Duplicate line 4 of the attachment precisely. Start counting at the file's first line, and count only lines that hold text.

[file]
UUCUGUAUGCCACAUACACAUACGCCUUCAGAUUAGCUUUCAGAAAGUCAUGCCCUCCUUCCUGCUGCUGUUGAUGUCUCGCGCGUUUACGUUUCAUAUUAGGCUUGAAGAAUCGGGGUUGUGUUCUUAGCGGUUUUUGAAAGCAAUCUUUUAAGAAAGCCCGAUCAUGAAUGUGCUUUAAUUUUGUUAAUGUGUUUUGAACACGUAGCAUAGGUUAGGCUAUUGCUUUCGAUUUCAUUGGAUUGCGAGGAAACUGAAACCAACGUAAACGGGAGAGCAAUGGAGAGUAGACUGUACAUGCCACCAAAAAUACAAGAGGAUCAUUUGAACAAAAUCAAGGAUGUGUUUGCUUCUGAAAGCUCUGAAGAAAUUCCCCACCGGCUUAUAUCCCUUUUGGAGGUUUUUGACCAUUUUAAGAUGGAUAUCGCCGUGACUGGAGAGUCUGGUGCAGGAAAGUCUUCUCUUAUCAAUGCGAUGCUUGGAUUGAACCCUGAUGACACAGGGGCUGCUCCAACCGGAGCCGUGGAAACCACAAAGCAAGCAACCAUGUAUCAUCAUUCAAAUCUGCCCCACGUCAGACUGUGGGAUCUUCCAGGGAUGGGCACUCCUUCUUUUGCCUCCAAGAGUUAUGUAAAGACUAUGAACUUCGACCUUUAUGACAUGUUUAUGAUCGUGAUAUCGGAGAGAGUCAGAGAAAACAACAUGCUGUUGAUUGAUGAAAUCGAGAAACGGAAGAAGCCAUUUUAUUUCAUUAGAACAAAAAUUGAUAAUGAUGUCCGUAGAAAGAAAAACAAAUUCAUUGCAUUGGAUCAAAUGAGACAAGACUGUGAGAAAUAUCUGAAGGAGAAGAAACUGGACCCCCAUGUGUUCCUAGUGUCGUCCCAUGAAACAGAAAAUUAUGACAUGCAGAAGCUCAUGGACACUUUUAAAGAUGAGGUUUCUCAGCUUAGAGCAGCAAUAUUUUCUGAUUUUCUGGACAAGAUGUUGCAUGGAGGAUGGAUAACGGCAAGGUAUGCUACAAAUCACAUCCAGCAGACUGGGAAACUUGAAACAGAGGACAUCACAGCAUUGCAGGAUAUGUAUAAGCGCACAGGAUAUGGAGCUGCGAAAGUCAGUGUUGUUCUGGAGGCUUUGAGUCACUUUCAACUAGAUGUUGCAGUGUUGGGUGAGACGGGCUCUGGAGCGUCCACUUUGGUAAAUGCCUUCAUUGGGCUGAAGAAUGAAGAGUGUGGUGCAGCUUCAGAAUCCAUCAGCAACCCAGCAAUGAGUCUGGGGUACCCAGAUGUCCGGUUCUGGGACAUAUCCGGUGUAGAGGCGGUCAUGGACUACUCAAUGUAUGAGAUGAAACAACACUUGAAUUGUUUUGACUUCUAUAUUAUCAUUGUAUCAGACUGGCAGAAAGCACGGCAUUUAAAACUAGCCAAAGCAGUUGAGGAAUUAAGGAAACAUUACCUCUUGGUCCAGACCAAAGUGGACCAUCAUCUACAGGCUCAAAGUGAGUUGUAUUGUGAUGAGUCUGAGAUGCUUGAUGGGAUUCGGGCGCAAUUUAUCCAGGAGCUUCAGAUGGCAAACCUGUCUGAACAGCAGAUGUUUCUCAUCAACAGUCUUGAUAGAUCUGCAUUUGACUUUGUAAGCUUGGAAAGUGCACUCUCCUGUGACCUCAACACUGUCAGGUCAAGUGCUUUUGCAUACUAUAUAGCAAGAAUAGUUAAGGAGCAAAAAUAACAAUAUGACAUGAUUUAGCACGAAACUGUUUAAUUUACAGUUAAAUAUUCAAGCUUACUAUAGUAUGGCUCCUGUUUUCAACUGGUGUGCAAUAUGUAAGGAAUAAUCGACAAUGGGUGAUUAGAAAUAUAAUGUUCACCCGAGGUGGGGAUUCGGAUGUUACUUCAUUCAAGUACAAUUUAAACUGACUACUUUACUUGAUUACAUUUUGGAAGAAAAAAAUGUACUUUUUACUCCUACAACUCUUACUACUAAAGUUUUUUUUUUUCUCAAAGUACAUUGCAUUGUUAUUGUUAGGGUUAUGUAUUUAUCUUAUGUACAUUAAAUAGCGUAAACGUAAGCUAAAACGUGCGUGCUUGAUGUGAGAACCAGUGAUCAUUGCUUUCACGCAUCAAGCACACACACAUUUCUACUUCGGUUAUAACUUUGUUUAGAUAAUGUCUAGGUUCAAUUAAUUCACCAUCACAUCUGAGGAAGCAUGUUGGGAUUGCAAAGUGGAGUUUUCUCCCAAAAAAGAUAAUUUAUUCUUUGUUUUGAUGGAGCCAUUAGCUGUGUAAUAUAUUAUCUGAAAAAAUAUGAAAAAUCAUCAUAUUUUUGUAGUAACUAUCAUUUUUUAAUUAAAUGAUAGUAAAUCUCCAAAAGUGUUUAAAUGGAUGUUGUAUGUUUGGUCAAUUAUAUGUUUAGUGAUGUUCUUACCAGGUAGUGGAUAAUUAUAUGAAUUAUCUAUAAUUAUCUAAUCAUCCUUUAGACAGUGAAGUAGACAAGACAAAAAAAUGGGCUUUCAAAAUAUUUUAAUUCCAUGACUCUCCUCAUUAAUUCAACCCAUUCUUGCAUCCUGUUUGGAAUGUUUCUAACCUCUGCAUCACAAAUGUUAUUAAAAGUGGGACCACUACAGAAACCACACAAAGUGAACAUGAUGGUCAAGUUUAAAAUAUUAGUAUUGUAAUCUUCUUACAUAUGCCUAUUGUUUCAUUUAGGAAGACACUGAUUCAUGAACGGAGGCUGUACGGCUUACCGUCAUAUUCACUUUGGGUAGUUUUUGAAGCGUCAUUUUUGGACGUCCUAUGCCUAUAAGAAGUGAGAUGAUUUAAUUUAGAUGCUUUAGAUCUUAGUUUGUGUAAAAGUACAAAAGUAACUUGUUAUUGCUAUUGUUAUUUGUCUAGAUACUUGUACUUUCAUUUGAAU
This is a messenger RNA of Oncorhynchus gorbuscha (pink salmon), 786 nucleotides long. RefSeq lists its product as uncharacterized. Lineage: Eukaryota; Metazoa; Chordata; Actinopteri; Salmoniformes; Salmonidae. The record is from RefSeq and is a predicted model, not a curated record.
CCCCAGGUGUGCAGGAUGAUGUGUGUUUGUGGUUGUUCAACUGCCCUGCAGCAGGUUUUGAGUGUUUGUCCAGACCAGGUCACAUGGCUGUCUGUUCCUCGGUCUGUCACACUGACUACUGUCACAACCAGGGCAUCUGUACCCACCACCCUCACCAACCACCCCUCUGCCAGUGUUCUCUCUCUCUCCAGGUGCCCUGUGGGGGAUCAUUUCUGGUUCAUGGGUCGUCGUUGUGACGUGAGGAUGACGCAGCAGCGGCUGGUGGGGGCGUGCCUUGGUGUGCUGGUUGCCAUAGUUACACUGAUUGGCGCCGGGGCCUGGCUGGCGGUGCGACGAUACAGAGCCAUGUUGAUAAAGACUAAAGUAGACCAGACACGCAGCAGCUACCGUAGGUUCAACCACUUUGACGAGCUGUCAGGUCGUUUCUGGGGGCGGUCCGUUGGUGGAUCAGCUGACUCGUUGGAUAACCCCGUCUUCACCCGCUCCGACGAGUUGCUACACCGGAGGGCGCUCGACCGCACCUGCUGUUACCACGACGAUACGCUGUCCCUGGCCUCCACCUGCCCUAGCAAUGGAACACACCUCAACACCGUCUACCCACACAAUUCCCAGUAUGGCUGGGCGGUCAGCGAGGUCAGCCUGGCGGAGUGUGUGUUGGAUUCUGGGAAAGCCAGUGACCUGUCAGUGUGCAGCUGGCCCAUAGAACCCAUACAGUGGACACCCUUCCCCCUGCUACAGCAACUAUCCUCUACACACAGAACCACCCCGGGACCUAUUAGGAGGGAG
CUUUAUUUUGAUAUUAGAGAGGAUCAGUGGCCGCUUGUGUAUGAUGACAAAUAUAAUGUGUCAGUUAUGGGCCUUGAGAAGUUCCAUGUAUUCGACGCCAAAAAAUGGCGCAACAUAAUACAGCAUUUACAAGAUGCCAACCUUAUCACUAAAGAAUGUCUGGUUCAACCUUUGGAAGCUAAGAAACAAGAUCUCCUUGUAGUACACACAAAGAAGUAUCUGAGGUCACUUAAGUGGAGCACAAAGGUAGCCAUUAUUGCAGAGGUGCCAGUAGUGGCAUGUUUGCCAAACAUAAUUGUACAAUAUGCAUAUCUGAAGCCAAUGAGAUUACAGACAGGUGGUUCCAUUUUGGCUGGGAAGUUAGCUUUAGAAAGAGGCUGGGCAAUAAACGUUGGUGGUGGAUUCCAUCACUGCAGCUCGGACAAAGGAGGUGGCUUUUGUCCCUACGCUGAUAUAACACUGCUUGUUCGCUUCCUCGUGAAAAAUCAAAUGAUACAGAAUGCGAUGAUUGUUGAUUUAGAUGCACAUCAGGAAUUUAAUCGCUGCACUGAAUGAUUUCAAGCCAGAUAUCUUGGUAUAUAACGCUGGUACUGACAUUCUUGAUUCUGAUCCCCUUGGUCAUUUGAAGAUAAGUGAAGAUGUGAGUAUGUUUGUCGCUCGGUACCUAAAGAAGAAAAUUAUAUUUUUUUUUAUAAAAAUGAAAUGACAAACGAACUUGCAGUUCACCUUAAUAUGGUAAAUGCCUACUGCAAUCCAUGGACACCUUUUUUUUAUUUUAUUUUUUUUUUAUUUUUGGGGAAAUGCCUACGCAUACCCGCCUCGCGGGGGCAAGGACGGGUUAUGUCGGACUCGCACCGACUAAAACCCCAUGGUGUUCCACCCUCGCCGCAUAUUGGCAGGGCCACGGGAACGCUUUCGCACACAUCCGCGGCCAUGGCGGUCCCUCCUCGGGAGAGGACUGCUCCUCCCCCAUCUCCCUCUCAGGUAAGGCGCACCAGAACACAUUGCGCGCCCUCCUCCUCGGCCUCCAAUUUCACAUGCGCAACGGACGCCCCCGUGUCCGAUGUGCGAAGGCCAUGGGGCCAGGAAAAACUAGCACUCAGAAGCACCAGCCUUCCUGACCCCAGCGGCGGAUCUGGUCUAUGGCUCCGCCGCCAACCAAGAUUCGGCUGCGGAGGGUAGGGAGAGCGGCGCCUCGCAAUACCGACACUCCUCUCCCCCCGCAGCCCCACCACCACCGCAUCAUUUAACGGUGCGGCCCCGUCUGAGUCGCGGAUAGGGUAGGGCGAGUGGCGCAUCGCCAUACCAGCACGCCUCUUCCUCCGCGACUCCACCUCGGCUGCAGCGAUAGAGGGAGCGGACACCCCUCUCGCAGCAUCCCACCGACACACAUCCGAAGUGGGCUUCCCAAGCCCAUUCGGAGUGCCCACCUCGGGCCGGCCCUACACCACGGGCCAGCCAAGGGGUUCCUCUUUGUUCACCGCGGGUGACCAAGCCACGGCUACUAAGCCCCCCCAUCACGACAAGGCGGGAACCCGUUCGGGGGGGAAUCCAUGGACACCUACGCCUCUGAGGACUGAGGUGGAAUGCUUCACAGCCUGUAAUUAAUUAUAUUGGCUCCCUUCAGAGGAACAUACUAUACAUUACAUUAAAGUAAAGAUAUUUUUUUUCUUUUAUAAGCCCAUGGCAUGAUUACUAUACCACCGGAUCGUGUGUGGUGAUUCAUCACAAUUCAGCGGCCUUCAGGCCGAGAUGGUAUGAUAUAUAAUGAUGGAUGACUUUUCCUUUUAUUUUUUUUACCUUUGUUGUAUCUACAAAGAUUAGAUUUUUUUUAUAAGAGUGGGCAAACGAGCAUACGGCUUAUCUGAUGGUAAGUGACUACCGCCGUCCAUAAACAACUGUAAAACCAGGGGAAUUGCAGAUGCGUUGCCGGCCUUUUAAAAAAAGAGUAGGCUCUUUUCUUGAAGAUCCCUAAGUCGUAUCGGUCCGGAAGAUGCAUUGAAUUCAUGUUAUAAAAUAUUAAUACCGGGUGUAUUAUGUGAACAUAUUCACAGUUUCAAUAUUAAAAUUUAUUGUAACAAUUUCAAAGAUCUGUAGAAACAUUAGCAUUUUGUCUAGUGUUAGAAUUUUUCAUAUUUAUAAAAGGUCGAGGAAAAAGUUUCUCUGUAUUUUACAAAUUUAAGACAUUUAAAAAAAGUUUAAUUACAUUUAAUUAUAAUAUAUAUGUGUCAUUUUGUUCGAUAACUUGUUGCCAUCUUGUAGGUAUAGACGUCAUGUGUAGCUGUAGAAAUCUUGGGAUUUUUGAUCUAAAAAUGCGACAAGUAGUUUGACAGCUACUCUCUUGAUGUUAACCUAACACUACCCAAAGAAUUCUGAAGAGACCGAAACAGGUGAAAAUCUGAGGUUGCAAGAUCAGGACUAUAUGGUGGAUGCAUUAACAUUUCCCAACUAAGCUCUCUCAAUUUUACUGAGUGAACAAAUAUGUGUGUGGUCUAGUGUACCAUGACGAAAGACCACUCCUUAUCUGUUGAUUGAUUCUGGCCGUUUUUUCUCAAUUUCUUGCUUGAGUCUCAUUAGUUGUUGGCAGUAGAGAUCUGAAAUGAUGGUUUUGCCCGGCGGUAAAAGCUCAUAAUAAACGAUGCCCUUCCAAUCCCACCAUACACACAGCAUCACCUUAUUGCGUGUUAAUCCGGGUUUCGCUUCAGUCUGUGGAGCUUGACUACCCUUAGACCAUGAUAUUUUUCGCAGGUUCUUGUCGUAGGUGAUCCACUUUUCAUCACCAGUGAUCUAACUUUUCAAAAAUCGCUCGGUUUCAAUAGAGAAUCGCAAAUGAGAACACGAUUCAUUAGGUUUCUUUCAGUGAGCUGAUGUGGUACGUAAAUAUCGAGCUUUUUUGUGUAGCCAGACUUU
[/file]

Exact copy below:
CUUUAUUUUGAUAUUAGAGAGGAUCAGUGGCCGCUUGUGUAUGAUGACAAAUAUAAUGUGUCAGUUAUGGGCCUUGAGAAGUUCCAUGUAUUCGACGCCAAAAAAUGGCGCAACAUAAUACAGCAUUUACAAGAUGCCAACCUUAUCACUAAAGAAUGUCUGGUUCAACCUUUGGAAGCUAAGAAACAAGAUCUCCUUGUAGUACACACAAAGAAGUAUCUGAGGUCACUUAAGUGGAGCACAAAGGUAGCCAUUAUUGCAGAGGUGCCAGUAGUGGCAUGUUUGCCAAACAUAAUUGUACAAUAUGCAUAUCUGAAGCCAAUGAGAUUACAGACAGGUGGUUCCAUUUUGGCUGGGAAGUUAGCUUUAGAAAGAGGCUGGGCAAUAAACGUUGGUGGUGGAUUCCAUCACUGCAGCUCGGACAAAGGAGGUGGCUUUUGUCCCUACGCUGAUAUAACACUGCUUGUUCGCUUCCUCGUGAAAAAUCAAAUGAUACAGAAUGCGAUGAUUGUUGAUUUAGAUGCACAUCAGGAAUUUAAUCGCUGCACUGAAUGAUUUCAAGCCAGAUAUCUUGGUAUAUAACGCUGGUACUGACAUUCUUGAUUCUGAUCCCCUUGGUCAUUUGAAGAUAAGUGAAGAUGUGAGUAUGUUUGUCGCUCGGUACCUAAAGAAGAAAAUUAUAUUUUUUUUUAUAAAAAUGAAAUGACAAACGAACUUGCAGUUCACCUUAAUAUGGUAAAUGCCUACUGCAAUCCAUGGACACCUUUUUUUUAUUUUAUUUUUUUUUUAUUUUUGGGGAAAUGCCUACGCAUACCCGCCUCGCGGGGGCAAGGACGGGUUAUGUCGGACUCGCACCGACUAAAACCCCAUGGUGUUCCACCCUCGCCGCAUAUUGGCAGGGCCACGGGAACGCUUUCGCACACAUCCGCGGCCAUGGCGGUCCCUCCUCGGGAGAGGACUGCUCCUCCCCCAUCUCCCUCUCAGGUAAGGCGCACCAGAACACAUUGCGCGCCCUCCUCCUCGGCCUCCAAUUUCACAUGCGCAACGGACGCCCCCGUGUCCGAUGUGCGAAGGCCAUGGGGCCAGGAAAAACUAGCACUCAGAAGCACCAGCCUUCCUGACCCCAGCGGCGGAUCUGGUCUAUGGCUCCGCCGCCAACCAAGAUUCGGCUGCGGAGGGUAGGGAGAGCGGCGCCUCGCAAUACCGACACUCCUCUCCCCCCGCAGCCCCACCACCACCGCAUCAUUUAACGGUGCGGCCCCGUCUGAGUCGCGGAUAGGGUAGGGCGAGUGGCGCAUCGCCAUACCAGCACGCCUCUUCCUCCGCGACUCCACCUCGGCUGCAGCGAUAGAGGGAGCGGACACCCCUCUCGCAGCAUCCCACCGACACACAUCCGAAGUGGGCUUCCCAAGCCCAUUCGGAGUGCCCACCUCGGGCCGGCCCUACACCACGGGCCAGCCAAGGGGUUCCUCUUUGUUCACCGCGGGUGACCAAGCCACGGCUACUAAGCCCCCCCAUCACGACAAGGCGGGAACCCGUUCGGGGGGGAAUCCAUGGACACCUACGCCUCUGAGGACUGAGGUGGAAUGCUUCACAGCCUGUAAUUAAUUAUAUUGGCUCCCUUCAGAGGAACAUACUAUACAUUACAUUAAAGUAAAGAUAUUUUUUUUCUUUUAUAAGCCCAUGGCAUGAUUACUAUACCACCGGAUCGUGUGUGGUGAUUCAUCACAAUUCAGCGGCCUUCAGGCCGAGAUGGUAUGAUAUAUAAUGAUGGAUGACUUUUCCUUUUAUUUUUUUUACCUUUGUUGUAUCUACAAAGAUUAGAUUUUUUUUAUAAGAGUGGGCAAACGAGCAUACGGCUUAUCUGAUGGUAAGUGACUACCGCCGUCCAUAAACAACUGUAAAACCAGGGGAAUUGCAGAUGCGUUGCCGGCCUUUUAAAAAAAGAGUAGGCUCUUUUCUUGAAGAUCCCUAAGUCGUAUCGGUCCGGAAGAUGCAUUGAAUUCAUGUUAUAAAAUAUUAAUACCGGGUGUAUUAUGUGAACAUAUUCACAGUUUCAAUAUUAAAAUUUAUUGUAACAAUUUCAAAGAUCUGUAGAAACAUUAGCAUUUUGUCUAGUGUUAGAAUUUUUCAUAUUUAUAAAAGGUCGAGGAAAAAGUUUCUCUGUAUUUUACAAAUUUAAGACAUUUAAAAAAAGUUUAAUUACAUUUAAUUAUAAUAUAUAUGUGUCAUUUUGUUCGAUAACUUGUUGCCAUCUUGUAGGUAUAGACGUCAUGUGUAGCUGUAGAAAUCUUGGGAUUUUUGAUCUAAAAAUGCGACAAGUAGUUUGACAGCUACUCUCUUGAUGUUAACCUAACACUACCCAAAGAAUUCUGAAGAGACCGAAACAGGUGAAAAUCUGAGGUUGCAAGAUCAGGACUAUAUGGUGGAUGCAUUAACAUUUCCCAACUAAGCUCUCUCAAUUUUACUGAGUGAACAAAUAUGUGUGUGGUCUAGUGUACCAUGACGAAAGACCACUCCUUAUCUGUUGAUUGAUUCUGGCCGUUUUUUCUCAAUUUCUUGCUUGAGUCUCAUUAGUUGUUGGCAGUAGAGAUCUGAAAUGAUGGUUUUGCCCGGCGGUAAAAGCUCAUAAUAAACGAUGCCCUUCCAAUCCCACCAUACACACAGCAUCACCUUAUUGCGUGUUAAUCCGGGUUUCGCUUCAGUCUGUGGAGCUUGACUACCCUUAGACCAUGAUAUUUUUCGCAGGUUCUUGUCGUAGGUGAUCCACUUUUCAUCACCAGUGAUCUAACUUUUCAAAAAUCGCUCGGUUUCAAUAGAGAAUCGCAAAUGAGAACACGAUUCAUUAGGUUUCUUUCAGUGAGCUGAUGUGGUACGUAAAUAUCGAGCUUUUUUGUGUAGCCAGACUUU